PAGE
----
It’s time to acknowledge it. I get a lot of ideas in the bathroom. Or, more specifically, the shower.
I’ve long realized that most of my ideas come to me: walking, napping, and highway driving. For me, all three of these are the equivalent of meditative states (which is why the driving has to be on the Interstate and not in the city). It turns out showering is similar.
As the hot water comes down, I’ll have revelations about courses I’m teaching or pieces I’m writing. Perhaps I haven’t been forthcoming about this because it would sound creepy to tell students, “I was thinking about this class in the shower…” Creepy, but true.
Why does it happen?
I think the answer is two-fold. One, it’s a transition place where I’m gearing up to work or gearing down, so my mind has been tilling through the material. It’s primed. And, I’m moving from one state to another. It’s a boundary area, a liminal space.
Two, there is nothing else calling for my attention. No radio. No phone. No TV. No kids. Frequently I have my eyes closed. I’m in a receptive state. This is key. I said “bathroom” earlier, but I don’t get ideas on the toilet. Why? Because I’m usually reading there. I don’t get a lot of ideas as a passenger in a car because I’m reading there as well, or messing with music, or eating, or playing the alphabet game.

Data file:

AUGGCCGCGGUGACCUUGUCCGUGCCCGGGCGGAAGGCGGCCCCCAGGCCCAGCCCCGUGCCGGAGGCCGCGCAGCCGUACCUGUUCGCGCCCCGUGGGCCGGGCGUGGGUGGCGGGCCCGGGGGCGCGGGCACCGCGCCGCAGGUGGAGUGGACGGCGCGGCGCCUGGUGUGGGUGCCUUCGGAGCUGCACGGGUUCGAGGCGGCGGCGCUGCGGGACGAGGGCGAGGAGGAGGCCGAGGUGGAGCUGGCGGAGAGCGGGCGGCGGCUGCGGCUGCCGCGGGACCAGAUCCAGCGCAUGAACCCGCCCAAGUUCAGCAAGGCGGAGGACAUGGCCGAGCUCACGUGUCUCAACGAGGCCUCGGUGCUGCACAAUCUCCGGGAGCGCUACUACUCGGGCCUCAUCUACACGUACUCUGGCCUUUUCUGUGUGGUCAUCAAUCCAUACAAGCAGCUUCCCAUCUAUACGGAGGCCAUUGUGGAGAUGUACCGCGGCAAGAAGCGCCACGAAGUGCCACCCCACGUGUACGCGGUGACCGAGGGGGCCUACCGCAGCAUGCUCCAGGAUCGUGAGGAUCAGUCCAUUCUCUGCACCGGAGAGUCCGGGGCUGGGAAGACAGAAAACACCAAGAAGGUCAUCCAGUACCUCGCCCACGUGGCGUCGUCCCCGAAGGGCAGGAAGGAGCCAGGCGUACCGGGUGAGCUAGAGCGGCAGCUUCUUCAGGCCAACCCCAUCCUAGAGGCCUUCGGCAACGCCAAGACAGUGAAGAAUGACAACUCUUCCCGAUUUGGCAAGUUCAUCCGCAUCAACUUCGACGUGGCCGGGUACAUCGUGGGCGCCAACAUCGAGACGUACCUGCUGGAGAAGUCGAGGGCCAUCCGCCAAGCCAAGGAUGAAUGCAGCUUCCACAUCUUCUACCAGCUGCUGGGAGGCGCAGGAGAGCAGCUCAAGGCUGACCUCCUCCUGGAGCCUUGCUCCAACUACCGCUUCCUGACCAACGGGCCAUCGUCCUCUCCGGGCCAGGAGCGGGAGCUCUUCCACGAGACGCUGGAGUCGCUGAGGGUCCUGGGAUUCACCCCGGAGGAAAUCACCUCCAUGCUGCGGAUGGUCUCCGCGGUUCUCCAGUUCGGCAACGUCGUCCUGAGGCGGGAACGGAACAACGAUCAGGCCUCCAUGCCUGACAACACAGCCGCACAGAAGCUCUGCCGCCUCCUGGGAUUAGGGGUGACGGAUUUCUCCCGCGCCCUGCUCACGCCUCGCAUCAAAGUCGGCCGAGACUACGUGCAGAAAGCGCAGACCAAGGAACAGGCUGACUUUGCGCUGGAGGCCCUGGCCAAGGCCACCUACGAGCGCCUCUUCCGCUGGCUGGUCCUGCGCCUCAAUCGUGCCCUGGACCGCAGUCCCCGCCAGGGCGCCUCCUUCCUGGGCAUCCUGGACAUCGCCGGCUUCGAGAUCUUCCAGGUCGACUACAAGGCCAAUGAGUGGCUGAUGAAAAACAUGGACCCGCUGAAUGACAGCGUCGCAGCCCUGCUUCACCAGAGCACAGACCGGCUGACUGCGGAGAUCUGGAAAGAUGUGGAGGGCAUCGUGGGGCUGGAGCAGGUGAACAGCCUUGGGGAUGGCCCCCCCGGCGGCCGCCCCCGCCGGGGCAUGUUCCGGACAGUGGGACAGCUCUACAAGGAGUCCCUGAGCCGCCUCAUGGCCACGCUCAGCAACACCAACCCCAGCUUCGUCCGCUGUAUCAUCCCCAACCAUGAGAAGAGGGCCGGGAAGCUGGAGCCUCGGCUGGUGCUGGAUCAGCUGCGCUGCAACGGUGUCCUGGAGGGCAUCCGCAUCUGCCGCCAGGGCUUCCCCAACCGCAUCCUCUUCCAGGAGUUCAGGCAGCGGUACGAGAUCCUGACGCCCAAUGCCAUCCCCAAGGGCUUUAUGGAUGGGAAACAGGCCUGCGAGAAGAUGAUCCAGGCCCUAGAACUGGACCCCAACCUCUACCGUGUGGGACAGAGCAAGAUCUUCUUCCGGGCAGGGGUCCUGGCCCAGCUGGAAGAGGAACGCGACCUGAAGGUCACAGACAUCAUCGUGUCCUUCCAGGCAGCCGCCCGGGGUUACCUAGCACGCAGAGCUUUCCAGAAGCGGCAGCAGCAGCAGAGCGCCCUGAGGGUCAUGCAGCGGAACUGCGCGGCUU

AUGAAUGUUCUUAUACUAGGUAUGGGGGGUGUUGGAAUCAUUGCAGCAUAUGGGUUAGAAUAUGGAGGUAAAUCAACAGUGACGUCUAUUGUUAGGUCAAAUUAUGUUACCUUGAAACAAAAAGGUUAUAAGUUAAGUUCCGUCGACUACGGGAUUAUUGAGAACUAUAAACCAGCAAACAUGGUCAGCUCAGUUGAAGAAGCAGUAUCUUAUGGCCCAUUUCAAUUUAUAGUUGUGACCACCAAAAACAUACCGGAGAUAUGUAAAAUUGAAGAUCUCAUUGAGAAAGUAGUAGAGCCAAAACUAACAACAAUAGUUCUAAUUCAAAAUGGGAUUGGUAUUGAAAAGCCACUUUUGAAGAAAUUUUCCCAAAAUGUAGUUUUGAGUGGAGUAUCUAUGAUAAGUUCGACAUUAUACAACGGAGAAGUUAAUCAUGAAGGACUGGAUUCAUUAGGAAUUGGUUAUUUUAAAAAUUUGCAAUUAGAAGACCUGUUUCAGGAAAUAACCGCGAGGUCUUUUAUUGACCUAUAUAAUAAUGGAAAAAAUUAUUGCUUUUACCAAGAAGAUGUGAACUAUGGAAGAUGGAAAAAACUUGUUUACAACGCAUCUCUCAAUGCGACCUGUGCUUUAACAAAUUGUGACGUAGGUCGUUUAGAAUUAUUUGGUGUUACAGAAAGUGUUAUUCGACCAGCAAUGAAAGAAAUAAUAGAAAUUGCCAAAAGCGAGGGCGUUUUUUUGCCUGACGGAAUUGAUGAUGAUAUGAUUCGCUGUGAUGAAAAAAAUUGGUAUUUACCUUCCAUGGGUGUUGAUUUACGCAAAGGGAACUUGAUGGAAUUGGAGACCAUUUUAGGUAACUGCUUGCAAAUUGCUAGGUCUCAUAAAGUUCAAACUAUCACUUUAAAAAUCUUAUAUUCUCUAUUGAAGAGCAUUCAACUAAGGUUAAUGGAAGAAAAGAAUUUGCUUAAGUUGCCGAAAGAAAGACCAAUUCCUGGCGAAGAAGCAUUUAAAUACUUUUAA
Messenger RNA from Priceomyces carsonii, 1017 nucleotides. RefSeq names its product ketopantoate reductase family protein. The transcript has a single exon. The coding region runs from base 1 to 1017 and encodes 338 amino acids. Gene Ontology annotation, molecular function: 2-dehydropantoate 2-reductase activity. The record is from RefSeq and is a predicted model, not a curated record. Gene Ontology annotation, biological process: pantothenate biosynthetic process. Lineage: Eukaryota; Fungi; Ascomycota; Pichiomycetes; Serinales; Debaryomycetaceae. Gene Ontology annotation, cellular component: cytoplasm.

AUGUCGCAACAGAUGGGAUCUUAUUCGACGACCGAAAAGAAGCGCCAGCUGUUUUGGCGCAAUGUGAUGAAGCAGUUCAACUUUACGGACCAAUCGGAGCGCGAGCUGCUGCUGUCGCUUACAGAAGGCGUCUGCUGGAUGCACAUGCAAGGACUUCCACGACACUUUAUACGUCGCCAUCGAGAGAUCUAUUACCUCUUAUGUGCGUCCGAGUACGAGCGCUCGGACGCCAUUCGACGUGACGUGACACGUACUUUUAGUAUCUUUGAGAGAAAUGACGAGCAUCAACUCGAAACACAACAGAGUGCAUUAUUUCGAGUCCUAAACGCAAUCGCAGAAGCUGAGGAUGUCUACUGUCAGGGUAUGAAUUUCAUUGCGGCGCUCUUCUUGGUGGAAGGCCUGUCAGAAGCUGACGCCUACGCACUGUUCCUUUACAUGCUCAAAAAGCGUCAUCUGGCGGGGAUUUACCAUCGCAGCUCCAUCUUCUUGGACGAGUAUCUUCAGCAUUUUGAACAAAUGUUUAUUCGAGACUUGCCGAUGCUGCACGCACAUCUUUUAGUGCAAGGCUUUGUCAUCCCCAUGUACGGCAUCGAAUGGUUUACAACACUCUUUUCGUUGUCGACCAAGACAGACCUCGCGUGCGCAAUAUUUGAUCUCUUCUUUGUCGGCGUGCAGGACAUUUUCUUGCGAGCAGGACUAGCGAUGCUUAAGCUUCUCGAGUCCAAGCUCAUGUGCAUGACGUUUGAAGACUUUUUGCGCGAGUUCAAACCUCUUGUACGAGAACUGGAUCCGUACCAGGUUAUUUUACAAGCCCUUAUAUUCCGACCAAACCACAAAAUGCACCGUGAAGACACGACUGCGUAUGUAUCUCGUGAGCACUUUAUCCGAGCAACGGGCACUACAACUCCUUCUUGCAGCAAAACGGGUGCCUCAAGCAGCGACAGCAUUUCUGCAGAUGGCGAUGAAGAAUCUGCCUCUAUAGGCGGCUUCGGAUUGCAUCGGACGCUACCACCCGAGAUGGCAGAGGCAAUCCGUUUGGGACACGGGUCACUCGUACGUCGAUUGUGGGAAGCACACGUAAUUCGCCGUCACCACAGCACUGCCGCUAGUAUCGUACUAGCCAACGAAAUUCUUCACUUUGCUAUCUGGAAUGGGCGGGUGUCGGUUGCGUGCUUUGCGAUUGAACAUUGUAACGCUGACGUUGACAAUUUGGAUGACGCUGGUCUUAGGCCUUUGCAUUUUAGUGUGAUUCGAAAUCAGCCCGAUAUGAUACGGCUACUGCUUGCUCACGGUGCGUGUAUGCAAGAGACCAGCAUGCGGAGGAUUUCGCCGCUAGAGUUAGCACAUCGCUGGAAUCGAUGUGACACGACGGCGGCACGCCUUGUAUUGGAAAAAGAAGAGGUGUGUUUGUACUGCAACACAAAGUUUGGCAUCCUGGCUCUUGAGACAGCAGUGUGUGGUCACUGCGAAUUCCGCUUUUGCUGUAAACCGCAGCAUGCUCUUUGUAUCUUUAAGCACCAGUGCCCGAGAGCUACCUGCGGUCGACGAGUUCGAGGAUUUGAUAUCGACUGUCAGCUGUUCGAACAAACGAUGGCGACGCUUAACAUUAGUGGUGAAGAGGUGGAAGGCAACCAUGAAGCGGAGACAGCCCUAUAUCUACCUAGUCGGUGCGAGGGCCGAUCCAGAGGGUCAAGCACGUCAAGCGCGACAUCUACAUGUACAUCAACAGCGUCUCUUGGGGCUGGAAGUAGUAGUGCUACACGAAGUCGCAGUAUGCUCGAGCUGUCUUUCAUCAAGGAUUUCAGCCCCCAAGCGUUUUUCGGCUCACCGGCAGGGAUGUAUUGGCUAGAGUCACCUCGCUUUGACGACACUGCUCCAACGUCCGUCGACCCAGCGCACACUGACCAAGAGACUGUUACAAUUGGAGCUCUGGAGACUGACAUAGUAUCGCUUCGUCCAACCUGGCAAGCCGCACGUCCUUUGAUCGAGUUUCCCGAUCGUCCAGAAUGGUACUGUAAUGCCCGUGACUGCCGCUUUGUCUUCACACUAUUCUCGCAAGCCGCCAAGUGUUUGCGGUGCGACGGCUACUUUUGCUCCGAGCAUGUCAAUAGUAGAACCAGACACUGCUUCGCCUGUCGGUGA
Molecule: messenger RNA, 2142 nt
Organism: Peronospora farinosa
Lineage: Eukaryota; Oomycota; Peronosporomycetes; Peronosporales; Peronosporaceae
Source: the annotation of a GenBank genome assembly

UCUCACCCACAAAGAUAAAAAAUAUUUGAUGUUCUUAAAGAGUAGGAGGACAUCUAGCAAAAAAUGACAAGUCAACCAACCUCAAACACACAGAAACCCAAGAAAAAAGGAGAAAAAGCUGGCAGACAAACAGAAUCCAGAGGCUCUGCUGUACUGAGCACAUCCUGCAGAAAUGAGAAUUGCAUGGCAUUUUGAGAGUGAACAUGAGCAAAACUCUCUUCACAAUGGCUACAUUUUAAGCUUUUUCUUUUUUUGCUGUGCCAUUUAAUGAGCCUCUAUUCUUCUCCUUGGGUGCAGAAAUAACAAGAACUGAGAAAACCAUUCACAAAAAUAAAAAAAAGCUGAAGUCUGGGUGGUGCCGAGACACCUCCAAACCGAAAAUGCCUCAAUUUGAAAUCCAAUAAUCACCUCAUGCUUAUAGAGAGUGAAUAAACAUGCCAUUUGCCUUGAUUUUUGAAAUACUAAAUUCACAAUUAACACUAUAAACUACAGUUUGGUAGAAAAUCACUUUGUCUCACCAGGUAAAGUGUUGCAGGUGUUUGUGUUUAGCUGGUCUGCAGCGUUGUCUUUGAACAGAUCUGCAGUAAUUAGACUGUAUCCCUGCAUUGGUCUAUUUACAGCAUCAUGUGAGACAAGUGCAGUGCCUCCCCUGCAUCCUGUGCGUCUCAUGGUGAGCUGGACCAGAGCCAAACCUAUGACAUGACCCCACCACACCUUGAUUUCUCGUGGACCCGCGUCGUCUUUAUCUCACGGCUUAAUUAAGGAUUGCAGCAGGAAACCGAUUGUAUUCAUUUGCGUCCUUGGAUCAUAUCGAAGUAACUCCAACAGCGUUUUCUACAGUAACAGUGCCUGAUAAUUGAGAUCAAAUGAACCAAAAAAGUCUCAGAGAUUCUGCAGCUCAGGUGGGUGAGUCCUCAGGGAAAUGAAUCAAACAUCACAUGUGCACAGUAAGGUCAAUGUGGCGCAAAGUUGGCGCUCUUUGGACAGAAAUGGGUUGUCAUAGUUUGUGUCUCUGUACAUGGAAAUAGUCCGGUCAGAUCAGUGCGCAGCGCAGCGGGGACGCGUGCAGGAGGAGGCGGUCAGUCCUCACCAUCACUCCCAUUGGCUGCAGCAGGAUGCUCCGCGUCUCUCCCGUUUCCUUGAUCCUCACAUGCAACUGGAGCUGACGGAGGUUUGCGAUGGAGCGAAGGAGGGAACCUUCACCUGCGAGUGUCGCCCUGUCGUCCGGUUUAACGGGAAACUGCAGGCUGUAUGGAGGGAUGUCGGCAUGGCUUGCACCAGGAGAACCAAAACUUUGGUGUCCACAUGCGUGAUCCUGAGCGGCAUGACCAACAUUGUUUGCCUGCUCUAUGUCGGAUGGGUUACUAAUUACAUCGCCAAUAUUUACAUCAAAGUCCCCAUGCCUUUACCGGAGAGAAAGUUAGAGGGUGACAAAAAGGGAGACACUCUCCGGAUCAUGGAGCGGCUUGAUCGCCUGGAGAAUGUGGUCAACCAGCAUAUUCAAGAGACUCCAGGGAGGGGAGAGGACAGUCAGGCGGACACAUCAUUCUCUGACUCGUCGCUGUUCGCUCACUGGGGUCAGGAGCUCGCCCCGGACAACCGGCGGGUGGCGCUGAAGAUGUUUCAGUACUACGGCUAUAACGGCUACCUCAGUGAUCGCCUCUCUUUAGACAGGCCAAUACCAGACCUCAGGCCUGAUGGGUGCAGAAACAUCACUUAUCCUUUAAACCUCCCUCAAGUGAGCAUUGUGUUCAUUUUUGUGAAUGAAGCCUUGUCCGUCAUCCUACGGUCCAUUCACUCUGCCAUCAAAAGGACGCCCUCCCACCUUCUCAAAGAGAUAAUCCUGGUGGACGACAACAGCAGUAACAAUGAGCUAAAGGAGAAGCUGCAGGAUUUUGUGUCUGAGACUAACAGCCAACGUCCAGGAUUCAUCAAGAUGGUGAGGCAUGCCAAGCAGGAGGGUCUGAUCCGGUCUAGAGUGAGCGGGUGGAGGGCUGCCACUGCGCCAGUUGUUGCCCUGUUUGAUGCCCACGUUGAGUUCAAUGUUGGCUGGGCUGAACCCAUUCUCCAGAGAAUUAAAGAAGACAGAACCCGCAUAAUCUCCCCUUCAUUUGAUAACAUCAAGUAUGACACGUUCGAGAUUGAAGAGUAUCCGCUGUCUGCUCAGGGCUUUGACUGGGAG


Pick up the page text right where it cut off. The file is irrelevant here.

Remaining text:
In the shower, there is nothing else to do, so the mind goes to work.
It turns out that I’m not the only one this is true for. A quick Google search reveals that Mental Floss did an article on it, “Why Do Our Best Ideas Come to Us in the Shower?"
The article explains the answer is a combination of: monotonous activity, daydreaming, de-focusing, and relaxing. And, it argues that when we are most tired – mornings or evenings -- we are at our most creative.
There also is an explanation of the science that happens, including the dopamine that gets released in the brain, here.
So, want to get ideas? Turn the phone off and the shower on.